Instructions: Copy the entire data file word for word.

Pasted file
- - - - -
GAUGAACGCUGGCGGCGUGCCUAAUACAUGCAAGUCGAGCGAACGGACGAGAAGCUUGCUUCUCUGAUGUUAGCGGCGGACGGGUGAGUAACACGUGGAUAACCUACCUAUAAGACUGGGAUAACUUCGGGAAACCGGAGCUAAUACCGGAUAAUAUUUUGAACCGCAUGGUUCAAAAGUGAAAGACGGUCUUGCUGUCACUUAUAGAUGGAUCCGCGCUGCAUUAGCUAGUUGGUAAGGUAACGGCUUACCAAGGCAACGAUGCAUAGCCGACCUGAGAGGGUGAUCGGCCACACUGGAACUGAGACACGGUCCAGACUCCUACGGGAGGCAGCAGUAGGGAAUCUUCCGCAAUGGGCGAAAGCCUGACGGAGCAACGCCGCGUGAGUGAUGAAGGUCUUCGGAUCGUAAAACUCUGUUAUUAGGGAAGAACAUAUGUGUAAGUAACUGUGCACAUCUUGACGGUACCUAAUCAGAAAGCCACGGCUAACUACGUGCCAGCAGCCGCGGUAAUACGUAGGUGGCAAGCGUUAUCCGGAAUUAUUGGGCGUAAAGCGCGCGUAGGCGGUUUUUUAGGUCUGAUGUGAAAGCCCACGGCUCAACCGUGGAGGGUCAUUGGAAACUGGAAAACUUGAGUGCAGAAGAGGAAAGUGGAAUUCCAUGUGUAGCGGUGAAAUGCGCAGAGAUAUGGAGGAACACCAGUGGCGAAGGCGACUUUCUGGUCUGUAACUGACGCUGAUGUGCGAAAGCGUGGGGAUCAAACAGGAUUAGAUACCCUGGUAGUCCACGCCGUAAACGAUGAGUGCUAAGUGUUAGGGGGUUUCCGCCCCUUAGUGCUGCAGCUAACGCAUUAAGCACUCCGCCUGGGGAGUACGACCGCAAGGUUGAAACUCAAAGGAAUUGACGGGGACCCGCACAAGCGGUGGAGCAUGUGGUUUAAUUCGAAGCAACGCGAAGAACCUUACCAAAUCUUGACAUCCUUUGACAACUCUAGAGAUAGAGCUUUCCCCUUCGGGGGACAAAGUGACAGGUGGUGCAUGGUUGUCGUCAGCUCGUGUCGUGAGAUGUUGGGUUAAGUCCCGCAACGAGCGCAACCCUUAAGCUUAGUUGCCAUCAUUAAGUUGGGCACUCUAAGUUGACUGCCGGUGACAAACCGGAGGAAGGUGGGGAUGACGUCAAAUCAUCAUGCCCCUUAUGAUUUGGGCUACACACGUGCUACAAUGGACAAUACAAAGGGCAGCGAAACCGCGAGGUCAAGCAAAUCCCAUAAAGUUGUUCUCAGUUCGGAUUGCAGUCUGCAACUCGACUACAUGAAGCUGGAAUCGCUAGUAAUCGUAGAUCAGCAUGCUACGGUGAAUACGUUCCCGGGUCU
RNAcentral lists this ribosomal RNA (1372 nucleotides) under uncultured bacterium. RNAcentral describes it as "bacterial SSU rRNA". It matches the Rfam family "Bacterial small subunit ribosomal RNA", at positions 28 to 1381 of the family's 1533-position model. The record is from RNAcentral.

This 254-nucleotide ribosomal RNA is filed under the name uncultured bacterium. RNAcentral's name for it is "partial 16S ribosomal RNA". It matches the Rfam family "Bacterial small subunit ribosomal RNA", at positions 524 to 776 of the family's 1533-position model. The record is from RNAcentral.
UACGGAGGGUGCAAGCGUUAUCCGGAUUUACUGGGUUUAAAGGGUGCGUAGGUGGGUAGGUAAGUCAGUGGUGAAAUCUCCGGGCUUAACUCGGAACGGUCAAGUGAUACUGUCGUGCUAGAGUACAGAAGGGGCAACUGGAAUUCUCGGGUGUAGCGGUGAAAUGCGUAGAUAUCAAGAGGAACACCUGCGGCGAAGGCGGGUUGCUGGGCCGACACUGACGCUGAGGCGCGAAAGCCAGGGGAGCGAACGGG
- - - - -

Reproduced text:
GAUGAACGCUGGCGGCGUGCCUAAUACAUGCAAGUCGAGCGAACGGACGAGAAGCUUGCUUCUCUGAUGUUAGCGGCGGACGGGUGAGUAACACGUGGAUAACCUACCUAUAAGACUGGGAUAACUUCGGGAAACCGGAGCUAAUACCGGAUAAUAUUUUGAACCGCAUGGUUCAAAAGUGAAAGACGGUCUUGCUGUCACUUAUAGAUGGAUCCGCGCUGCAUUAGCUAGUUGGUAAGGUAACGGCUUACCAAGGCAACGAUGCAUAGCCGACCUGAGAGGGUGAUCGGCCACACUGGAACUGAGACACGGUCCAGACUCCUACGGGAGGCAGCAGUAGGGAAUCUUCCGCAAUGGGCGAAAGCCUGACGGAGCAACGCCGCGUGAGUGAUGAAGGUCUUCGGAUCGUAAAACUCUGUUAUUAGGGAAGAACAUAUGUGUAAGUAACUGUGCACAUCUUGACGGUACCUAAUCAGAAAGCCACGGCUAACUACGUGCCAGCAGCCGCGGUAAUACGUAGGUGGCAAGCGUUAUCCGGAAUUAUUGGGCGUAAAGCGCGCGUAGGCGGUUUUUUAGGUCUGAUGUGAAAGCCCACGGCUCAACCGUGGAGGGUCAUUGGAAACUGGAAAACUUGAGUGCAGAAGAGGAAAGUGGAAUUCCAUGUGUAGCGGUGAAAUGCGCAGAGAUAUGGAGGAACACCAGUGGCGAAGGCGACUUUCUGGUCUGUAACUGACGCUGAUGUGCGAAAGCGUGGGGAUCAAACAGGAUUAGAUACCCUGGUAGUCCACGCCGUAAACGAUGAGUGCUAAGUGUUAGGGGGUUUCCGCCCCUUAGUGCUGCAGCUAACGCAUUAAGCACUCCGCCUGGGGAGUACGACCGCAAGGUUGAAACUCAAAGGAAUUGACGGGGACCCGCACAAGCGGUGGAGCAUGUGGUUUAAUUCGAAGCAACGCGAAGAACCUUACCAAAUCUUGACAUCCUUUGACAACUCUAGAGAUAGAGCUUUCCCCUUCGGGGGACAAAGUGACAGGUGGUGCAUGGUUGUCGUCAGCUCGUGUCGUGAGAUGUUGGGUUAAGUCCCGCAACGAGCGCAACCCUUAAGCUUAGUUGCCAUCAUUAAGUUGGGCACUCUAAGUUGACUGCCGGUGACAAACCGGAGGAAGGUGGGGAUGACGUCAAAUCAUCAUGCCCCUUAUGAUUUGGGCUACACACGUGCUACAAUGGACAAUACAAAGGGCAGCGAAACCGCGAGGUCAAGCAAAUCCCAUAAAGUUGUUCUCAGUUCGGAUUGCAGUCUGCAACUCGACUACAUGAAGCUGGAAUCGCUAGUAAUCGUAGAUCAGCAUGCUACGGUGAAUACGUUCCCGGGUCU
RNAcentral lists this ribosomal RNA (1372 nucleotides) under uncultured bacterium. RNAcentral describes it as "bacterial SSU rRNA". It matches the Rfam family "Bacterial small subunit ribosomal RNA", at positions 28 to 1381 of the family's 1533-position model. The record is from RNAcentral.

This 254-nucleotide ribosomal RNA is filed under the name uncultured bacterium. RNAcentral's name for it is "partial 16S ribosomal RNA". It matches the Rfam family "Bacterial small subunit ribosomal RNA", at positions 524 to 776 of the family's 1533-position model. The record is from RNAcentral.
UACGGAGGGUGCAAGCGUUAUCCGGAUUUACUGGGUUUAAAGGGUGCGUAGGUGGGUAGGUAAGUCAGUGGUGAAAUCUCCGGGCUUAACUCGGAACGGUCAAGUGAUACUGUCGUGCUAGAGUACAGAAGGGGCAACUGGAAUUCUCGGGUGUAGCGGUGAAAUGCGUAGAUAUCAAGAGGAACACCUGCGGCGAAGGCGGGUUGCUGGGCCGACACUGACGCUGAGGCGCGAAAGCCAGGGGAGCGAACGGG